Life as Clay

Archive for October 2009

Finger painting

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Written by Clay

October 31, 2009 at 15:10

Posted in daily cartoon

Tagged with

Orbital motion is a pretty flower

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I was tired last night and therefore unable to spend the time thinking about what I really wanted to achieve. I tackled the problem this morning — I didn’t end up with exactly what I wanted (that will take more work), but I did end up with a functioning orbital system. The pathway shown here is similar to what the path of an object that is orbiting another object that is orbiting a larger object would take. In other words, this should look similar to what the path that the moon takes around the sun looks like (since the moon orbits Earth..) but with a slower period.

simple moon orbit

But, hey… why stick with boring white when you can display colors? Here are a few variations, in color:

color orbit 1

color orbit 2You may notice what looks like a hollow core on the last one. I followed the orbit of the colored ball with the orbit of a smaller black ball and it left the trail. Incidentally, the trail is visible because the transparency of the colored ball is at 40% or so.

The fun part is changing the orbital period…

the whole system

faster periodfast color periodHere’s the code that I used for the last one. Click here to see it in motion.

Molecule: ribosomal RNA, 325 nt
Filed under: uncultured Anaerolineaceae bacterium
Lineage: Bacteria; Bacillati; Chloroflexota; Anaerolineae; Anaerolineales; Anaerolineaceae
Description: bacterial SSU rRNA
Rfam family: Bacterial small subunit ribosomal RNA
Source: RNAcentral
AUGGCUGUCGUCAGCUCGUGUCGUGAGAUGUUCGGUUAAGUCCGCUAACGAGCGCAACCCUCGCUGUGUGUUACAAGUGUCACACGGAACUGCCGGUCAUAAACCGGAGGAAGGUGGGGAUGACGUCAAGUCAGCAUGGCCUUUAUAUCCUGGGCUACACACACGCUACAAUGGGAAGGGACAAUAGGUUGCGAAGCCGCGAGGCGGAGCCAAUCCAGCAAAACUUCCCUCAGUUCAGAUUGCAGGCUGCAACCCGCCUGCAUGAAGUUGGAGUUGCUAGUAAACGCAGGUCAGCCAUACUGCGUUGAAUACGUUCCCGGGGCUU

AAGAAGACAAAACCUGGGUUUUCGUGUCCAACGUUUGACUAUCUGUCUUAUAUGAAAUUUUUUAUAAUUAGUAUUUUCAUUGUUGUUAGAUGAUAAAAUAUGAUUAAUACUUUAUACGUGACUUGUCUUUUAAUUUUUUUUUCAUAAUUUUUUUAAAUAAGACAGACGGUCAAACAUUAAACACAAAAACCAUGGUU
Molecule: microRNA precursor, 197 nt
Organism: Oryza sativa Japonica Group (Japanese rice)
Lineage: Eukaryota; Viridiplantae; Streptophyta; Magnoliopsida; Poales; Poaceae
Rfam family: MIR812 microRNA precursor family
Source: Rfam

int centerX = 200;
int centerY = 200;
float ballX;
float ballY;
int ballRadius = 20;
int radius = 100;

// For the orbital period of the "Earth"
float angle = 0;
float speed = 0.01;

// For the orbital period of the "moon"
float passedAngle = 0;
float passedSpeed = 0.3;

void setup() {
  size(400,400);
  background(0);
  fill(255);
  stroke(255);
  smooth();
  frameRate(60);
}

void draw(){

  // Determines the orbiting position of the "Earth"
  ballX = centerX + sin(angle) * radius;
  ballY = centerY + cos(angle) * radius;

  // Calls the function to create the "Earth" and "Moon"
  drawAtom(ballX,ballY,ballRadius,passedAngle);
  // drawAtom(ballY,ballX + 50,ballRadius);

  angle += speed;
  passedAngle += passedSpeed;

}

void drawAtom(float ballX, float ballY, int radius, float angle) {
  float newBallX;
  float newBallY;

  newBallX = ballX + sin(angle) * radius;
  newBallY = ballY + cos(angle) * radius;

  // Creates the invisible "Earth"
  noStroke();
  noFill();
  ellipse(ballX,ballY,1,1);

  // Creates the "moon"
  fill(random(255),random(255),random(255),random(255));
  ellipse(newBallX, newBallY,10,10);

  // Try adding another "moon"!

}

Written by Clay

October 30, 2009 at 14:07

Posted in Code, Processing

Tagged with , ,

Tangent to a busy day

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Today was busy. I didn’t crack open the book today, but instead, just tried to create something interesting based on what I remembered, and playing with sine, cosine, and tangent. I found, interestingly, that if I tried to move the center point of an ellipse using random(-10,10) for both the x and y coordinates, that it ultimately would move toward the origin. That movement produced these: